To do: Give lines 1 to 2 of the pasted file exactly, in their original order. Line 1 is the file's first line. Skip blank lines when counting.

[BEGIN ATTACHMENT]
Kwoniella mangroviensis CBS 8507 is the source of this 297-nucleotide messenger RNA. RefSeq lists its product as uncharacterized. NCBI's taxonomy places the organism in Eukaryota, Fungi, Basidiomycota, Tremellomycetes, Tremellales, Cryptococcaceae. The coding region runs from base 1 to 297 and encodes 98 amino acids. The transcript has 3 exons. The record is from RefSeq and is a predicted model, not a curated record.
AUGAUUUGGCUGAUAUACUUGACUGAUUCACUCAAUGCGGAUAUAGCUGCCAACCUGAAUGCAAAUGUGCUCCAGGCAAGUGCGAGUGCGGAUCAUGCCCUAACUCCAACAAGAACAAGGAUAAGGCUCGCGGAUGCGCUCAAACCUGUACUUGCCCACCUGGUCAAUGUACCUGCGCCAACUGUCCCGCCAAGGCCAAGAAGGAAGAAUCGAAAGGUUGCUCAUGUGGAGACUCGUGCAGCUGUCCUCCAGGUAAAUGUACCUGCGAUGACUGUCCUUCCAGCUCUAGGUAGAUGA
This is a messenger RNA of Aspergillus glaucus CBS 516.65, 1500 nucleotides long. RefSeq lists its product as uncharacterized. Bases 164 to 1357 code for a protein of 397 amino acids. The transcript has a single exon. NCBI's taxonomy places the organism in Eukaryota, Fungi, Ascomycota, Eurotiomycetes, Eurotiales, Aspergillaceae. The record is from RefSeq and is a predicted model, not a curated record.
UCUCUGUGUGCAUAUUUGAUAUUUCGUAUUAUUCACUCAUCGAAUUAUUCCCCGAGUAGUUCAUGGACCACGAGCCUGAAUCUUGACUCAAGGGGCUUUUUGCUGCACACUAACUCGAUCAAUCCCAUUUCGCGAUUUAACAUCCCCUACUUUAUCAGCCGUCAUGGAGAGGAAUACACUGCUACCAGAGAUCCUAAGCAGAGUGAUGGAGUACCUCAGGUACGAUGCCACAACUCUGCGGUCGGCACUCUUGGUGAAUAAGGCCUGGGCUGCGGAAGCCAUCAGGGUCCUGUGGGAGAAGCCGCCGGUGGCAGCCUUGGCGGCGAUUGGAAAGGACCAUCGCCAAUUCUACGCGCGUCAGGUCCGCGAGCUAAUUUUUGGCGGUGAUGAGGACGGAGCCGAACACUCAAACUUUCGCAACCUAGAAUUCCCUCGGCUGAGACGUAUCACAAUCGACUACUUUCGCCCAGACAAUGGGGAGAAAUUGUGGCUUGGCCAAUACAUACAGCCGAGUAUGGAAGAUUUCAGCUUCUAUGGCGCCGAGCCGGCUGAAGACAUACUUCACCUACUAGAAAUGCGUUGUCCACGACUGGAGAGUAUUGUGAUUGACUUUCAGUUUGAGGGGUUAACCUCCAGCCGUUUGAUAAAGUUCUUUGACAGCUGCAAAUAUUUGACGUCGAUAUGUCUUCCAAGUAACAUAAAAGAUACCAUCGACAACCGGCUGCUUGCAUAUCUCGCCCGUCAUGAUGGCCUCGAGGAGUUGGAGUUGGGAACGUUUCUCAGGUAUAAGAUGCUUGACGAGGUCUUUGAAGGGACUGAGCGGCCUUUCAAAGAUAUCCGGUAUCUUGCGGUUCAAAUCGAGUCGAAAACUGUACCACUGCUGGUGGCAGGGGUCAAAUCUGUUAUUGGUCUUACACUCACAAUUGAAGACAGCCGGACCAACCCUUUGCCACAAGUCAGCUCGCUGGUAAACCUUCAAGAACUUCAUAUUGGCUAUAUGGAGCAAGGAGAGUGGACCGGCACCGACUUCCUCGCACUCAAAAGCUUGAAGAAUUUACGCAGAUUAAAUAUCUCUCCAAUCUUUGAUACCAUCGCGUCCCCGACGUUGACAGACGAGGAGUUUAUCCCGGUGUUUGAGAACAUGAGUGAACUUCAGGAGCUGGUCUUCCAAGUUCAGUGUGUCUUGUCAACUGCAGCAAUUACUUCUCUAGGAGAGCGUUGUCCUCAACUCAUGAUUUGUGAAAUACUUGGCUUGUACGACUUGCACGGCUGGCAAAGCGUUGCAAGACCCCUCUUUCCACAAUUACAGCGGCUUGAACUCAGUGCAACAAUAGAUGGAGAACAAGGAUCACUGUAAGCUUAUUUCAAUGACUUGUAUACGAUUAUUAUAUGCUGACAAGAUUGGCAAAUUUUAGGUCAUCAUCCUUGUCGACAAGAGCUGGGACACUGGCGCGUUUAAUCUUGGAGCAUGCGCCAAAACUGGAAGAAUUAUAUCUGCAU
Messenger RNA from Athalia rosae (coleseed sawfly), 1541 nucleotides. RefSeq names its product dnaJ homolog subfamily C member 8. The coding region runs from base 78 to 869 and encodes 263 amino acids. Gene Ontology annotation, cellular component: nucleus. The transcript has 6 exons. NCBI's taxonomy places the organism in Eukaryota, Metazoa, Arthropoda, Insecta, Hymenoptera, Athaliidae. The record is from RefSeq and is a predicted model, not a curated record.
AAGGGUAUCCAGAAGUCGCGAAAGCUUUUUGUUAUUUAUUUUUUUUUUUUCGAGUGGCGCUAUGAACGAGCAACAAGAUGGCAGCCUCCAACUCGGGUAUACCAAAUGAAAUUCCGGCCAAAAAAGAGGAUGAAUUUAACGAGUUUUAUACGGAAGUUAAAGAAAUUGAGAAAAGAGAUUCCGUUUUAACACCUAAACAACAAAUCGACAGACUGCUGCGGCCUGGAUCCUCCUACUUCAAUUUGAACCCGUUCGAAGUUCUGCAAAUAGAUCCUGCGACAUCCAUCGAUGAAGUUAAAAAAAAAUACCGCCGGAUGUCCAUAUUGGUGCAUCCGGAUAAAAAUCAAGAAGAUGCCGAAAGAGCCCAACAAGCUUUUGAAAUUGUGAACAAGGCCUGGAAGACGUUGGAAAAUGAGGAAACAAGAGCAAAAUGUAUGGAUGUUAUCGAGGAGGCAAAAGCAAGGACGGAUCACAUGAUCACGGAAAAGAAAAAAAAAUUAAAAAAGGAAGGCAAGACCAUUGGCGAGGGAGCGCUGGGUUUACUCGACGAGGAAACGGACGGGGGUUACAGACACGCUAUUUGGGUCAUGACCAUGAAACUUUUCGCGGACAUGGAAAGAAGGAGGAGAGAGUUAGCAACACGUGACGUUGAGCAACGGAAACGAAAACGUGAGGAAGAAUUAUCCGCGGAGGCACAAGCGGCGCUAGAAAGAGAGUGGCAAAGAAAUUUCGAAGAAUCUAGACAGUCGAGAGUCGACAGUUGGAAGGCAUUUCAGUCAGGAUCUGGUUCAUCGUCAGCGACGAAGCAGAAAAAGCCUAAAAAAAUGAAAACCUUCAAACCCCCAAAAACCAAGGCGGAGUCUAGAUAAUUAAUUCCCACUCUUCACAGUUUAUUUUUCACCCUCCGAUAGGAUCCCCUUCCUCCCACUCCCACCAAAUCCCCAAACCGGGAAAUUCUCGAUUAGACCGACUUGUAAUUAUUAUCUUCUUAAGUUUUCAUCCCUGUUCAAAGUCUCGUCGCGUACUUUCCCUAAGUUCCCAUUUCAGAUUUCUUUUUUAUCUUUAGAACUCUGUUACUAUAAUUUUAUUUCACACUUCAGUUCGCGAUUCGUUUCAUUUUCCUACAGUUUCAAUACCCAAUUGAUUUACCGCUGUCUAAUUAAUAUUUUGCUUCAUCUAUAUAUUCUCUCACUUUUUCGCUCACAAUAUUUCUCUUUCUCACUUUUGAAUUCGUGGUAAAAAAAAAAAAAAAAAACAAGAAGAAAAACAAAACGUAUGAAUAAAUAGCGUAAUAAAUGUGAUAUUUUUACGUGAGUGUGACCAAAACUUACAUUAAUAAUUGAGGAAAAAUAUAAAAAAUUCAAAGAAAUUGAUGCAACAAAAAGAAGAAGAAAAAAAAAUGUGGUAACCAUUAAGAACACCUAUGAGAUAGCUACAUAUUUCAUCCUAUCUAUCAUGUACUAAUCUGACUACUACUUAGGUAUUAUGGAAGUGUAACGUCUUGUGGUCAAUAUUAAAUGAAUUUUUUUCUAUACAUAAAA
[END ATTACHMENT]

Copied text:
Kwoniella mangroviensis CBS 8507 is the source of this 297-nucleotide messenger RNA. RefSeq lists its product as uncharacterized. NCBI's taxonomy places the organism in Eukaryota, Fungi, Basidiomycota, Tremellomycetes, Tremellales, Cryptococcaceae. The coding region runs from base 1 to 297 and encodes 98 amino acids. The transcript has 3 exons. The record is from RefSeq and is a predicted model, not a curated record.
AUGAUUUGGCUGAUAUACUUGACUGAUUCACUCAAUGCGGAUAUAGCUGCCAACCUGAAUGCAAAUGUGCUCCAGGCAAGUGCGAGUGCGGAUCAUGCCCUAACUCCAACAAGAACAAGGAUAAGGCUCGCGGAUGCGCUCAAACCUGUACUUGCCCACCUGGUCAAUGUACCUGCGCCAACUGUCCCGCCAAGGCCAAGAAGGAAGAAUCGAAAGGUUGCUCAUGUGGAGACUCGUGCAGCUGUCCUCCAGGUAAAUGUACCUGCGAUGACUGUCCUUCCAGCUCUAGGUAGAUGA